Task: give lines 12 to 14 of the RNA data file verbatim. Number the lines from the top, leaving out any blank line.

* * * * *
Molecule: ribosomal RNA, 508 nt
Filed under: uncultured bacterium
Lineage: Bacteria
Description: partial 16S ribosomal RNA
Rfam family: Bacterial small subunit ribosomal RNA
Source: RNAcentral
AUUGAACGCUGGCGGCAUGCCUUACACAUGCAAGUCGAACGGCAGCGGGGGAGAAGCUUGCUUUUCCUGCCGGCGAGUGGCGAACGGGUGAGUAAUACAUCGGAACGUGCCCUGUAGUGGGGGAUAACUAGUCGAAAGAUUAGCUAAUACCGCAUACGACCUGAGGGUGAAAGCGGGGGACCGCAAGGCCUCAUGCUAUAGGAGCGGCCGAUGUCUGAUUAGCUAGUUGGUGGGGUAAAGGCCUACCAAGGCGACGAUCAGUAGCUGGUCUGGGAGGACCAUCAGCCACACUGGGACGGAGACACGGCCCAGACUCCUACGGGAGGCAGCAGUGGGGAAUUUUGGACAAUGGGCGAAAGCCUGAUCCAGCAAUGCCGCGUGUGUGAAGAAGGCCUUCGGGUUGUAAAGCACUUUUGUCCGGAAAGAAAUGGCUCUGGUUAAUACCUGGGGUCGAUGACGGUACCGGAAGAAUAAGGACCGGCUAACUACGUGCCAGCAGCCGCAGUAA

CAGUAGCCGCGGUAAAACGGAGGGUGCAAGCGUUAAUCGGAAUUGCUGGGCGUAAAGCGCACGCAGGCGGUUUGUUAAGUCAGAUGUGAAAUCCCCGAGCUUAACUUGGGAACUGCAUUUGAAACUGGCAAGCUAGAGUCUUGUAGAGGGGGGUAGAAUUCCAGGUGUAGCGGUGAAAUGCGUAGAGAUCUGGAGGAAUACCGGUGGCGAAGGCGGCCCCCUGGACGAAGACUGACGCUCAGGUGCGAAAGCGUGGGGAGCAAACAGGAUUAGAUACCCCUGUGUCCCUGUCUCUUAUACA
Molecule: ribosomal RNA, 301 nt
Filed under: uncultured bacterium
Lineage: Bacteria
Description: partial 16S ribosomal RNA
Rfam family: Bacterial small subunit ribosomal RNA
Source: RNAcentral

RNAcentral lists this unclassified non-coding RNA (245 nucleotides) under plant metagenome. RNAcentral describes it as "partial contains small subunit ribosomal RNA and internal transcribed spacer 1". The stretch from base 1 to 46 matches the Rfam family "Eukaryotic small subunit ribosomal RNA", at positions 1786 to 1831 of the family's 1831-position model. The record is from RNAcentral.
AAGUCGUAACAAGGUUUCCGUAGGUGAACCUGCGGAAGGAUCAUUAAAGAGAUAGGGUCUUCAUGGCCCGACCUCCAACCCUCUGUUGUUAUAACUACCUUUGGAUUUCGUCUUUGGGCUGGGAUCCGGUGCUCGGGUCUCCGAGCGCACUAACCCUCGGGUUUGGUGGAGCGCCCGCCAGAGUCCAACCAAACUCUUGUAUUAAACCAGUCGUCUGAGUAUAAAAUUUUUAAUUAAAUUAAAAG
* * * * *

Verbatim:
Description: partial 16S ribosomal RNA
Rfam family: Bacterial small subunit ribosomal RNA
Source: RNAcentral